Patient manœuvres if awake:
- ‘Huff and puff’
- 1:100,000 adrenaline (1ml of 1:1000 into 100ml NaCl 0.9%)
- Tranexamic acid (IV + endobronchial)
- Interventional radiology / angiography
Patient manœuvres if awake:
Acute liver failure = syndrome of coagulopathy + jaundice + encephalopathy
Reduced glutathione reserves if poor nutrition, neuromuscular disorders
Raised ALT/AST found in 40% of patients taking ‘normal’ max dose of paracetamol 2 weeks.
NAC paracetamol OD. If in doubt of level, GIVE and continue. Giving ANYTIME after significant paracetamol level is beneficial.
In hyperacute ALF cerebral oedema predomiantes. With positive physchotic features i.e. agitated, delirium. Inter cranial hypertension carries high mortality.
NH3 – measurable and the trend. >200 predicts ICH. <75 is rare
Hypertonic saline. 3-30% NaCl. Aim for Na 145-155. Sedate + ventilate, normal CO2, CPP 60-80.
CVVHDF – removing NH3 affords CVS stability, irrespective of renal failure. High volume ultrafiltration
Steroids. Improve CVS stability, no change in outcome.
AoCLF: Terlipressin, Antibx, lactulose, Hb>7, plt > 50, fib >1
50ml in stomach balloon then pull back +/- CXR
Then approx 350ml in stomach balloon, then CXR. Rarely need oesophageal balloon
TIPPS – risk of encephalopathy for reduced risk of bleeding.
Offer 48-72 hours of ‘trial of therapy’ then reassess. Reasonable to offer full support, including renal replacement therapy (‘all or nothing’ approach), then reassess. Though renal failure is a bad prognostic sign, it should not be a self-fulling prophecy.
Good MDT working
Question is : can we get this patient through ICU to discharge to assessment for liver transplant? What is exit/end-game/long term plan?
NAC in non-paracetamol ALF is ‘routine’ (though not in Acute on Chronic Liver failure)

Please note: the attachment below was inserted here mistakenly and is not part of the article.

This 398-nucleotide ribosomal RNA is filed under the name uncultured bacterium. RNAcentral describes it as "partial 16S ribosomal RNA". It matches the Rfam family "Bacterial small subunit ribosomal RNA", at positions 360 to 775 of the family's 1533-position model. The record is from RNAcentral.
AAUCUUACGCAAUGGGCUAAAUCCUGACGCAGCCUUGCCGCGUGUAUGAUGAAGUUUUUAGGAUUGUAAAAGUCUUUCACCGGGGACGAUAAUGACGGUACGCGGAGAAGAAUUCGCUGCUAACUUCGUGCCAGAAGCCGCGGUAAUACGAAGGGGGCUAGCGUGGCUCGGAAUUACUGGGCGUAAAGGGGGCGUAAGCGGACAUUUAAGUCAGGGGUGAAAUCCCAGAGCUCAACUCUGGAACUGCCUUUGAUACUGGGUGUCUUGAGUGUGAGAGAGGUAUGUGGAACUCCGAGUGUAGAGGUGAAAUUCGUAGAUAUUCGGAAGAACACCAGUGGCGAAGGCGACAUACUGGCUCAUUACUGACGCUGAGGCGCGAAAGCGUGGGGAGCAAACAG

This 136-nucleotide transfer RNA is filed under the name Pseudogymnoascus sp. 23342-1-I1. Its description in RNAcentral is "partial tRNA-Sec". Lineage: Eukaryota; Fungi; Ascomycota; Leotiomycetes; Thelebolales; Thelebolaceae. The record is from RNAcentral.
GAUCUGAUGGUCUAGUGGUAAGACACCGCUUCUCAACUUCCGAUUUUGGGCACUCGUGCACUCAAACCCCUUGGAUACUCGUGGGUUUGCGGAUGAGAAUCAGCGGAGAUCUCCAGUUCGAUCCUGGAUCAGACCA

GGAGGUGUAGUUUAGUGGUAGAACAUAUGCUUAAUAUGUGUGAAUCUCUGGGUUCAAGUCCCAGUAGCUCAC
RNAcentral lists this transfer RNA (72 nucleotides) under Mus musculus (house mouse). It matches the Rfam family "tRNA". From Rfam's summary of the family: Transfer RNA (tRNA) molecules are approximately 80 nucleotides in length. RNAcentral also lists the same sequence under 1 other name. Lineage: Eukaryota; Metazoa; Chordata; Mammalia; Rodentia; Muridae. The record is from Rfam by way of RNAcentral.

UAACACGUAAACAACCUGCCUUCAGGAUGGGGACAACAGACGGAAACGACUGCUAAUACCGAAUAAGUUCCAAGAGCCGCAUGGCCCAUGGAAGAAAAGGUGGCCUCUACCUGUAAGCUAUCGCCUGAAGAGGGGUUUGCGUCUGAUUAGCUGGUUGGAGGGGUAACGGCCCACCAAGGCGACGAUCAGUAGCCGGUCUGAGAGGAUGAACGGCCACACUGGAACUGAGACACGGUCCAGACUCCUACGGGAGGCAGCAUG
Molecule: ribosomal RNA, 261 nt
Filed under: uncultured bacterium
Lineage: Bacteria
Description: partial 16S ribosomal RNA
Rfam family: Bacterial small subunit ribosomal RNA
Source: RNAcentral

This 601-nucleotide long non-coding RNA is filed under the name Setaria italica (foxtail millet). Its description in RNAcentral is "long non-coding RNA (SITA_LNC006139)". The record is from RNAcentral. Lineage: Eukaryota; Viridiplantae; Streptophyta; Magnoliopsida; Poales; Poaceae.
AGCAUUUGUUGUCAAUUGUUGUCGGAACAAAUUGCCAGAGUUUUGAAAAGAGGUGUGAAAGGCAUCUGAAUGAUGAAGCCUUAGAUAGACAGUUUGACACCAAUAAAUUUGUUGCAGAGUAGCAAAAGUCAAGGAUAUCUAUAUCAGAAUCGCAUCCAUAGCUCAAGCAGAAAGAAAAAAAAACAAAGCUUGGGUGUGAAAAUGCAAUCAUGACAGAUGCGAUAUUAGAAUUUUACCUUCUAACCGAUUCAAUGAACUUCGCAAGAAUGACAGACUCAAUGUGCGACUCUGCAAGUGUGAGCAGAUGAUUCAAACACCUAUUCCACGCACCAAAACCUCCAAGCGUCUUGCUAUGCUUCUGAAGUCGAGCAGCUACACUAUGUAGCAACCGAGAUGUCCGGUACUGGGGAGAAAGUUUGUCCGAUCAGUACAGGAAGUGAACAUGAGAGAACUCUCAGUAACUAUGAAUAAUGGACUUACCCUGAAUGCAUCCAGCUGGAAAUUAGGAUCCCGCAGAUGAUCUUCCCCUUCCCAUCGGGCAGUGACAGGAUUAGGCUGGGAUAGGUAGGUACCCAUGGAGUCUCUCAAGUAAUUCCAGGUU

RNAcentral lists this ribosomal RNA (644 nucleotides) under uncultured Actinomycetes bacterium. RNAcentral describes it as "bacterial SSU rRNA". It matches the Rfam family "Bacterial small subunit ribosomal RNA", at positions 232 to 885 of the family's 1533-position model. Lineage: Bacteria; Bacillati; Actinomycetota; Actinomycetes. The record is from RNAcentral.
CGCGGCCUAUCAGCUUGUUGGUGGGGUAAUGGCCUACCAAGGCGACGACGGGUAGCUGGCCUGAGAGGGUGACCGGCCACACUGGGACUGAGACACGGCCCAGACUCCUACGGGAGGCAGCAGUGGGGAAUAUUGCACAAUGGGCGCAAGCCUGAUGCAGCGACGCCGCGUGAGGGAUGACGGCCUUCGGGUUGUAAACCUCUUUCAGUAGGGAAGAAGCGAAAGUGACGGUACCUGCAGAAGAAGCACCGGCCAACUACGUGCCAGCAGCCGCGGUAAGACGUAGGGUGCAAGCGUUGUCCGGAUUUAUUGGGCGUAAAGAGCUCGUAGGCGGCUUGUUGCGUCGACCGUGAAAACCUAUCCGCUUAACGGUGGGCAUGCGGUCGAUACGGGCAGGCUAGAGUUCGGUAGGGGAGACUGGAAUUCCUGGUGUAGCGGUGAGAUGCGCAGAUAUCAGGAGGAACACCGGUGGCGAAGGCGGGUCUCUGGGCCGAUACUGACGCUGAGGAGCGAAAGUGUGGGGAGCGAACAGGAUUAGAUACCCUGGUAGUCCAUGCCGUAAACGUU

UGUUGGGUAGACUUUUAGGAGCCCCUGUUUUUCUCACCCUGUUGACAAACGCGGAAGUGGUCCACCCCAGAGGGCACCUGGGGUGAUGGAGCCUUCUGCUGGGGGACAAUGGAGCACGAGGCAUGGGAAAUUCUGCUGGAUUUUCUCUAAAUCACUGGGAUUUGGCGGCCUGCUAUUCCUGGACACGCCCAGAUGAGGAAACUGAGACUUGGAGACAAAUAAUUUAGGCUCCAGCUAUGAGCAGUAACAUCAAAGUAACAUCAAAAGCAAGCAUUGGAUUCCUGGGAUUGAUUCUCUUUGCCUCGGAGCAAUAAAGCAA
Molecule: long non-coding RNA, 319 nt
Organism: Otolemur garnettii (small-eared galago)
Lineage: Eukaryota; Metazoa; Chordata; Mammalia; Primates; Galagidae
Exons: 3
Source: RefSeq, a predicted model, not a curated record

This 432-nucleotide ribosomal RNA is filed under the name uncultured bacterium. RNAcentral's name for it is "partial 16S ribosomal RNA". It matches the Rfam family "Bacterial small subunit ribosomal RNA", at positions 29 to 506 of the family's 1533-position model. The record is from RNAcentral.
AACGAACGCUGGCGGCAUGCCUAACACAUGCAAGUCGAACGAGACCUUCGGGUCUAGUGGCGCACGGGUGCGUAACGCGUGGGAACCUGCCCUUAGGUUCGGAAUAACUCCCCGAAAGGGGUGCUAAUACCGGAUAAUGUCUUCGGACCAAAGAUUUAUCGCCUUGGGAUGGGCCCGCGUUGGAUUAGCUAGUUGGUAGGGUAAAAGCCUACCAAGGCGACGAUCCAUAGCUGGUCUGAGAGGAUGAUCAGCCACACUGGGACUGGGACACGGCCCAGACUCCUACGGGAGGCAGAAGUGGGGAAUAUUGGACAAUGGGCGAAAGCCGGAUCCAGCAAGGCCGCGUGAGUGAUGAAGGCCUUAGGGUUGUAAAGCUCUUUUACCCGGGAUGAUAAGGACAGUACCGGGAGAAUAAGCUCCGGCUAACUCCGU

Refer+/-transfer to liver unit early, preferably prior to needing CVVHDF
Prognosis in ALF – acuteness? Speed of deterioration is important. Age? Burden of MODS
Markers of high severity: encephalopathy, INR>6.5, creatinine > 600
Change in SOFA score at 48 hours probably best predictor
Advanced Care Planning required patient focussed care and goal setting. doi:10.1002/hep.29731
When looking at creatinine and AKI consider underlying muscle mass (which is likely to be low)
Hepatorenal syndrome: urinary Na+ low. Terlipressin + Albumin
ATN: urinary Na+ high
SBP if WCC>250/mm3
Normal liver -> NAFLD –(inflammation/scarring)-> NASH -> cirrhosis
Aim to reduce protein breakdown as it is a catabolic state. Refeeding occurs due to gluocose load rather than protein. Unusual requirement is 25-30kcal/kg/day. In decompensated liver disease it is 35-40kcal/kg/day. Protein 1.2-1.5g/kg/day.
Useful summary of vascular access devices:
<0.2 unlikely to be bacterial sepsis (though has a lag-time of 2-4 hours from onset)
>0.5 likely to be bacterial sepsis
<0.5 consider stopping antibiotics
Pro-calcitonin guided antibiotic therapy may confer slight survival benefit and reduced lower antibiotic duration i.e. better stewardship
Useful infographic from BMJ
For procedures up to (max) 2 hours duration.
Quicker recovery than bupivicaine making it suitable for day-case
3.5ml of 2% hyperbaric prilocaine +/- 20mcg fentanyl
Saddle block: 0.5 – 1.0 ml
> T10 block: 3+ ml
< T10 block: 2-3 ml
Perspective from The New England Journal of Medicine — What Is Value in Health Care?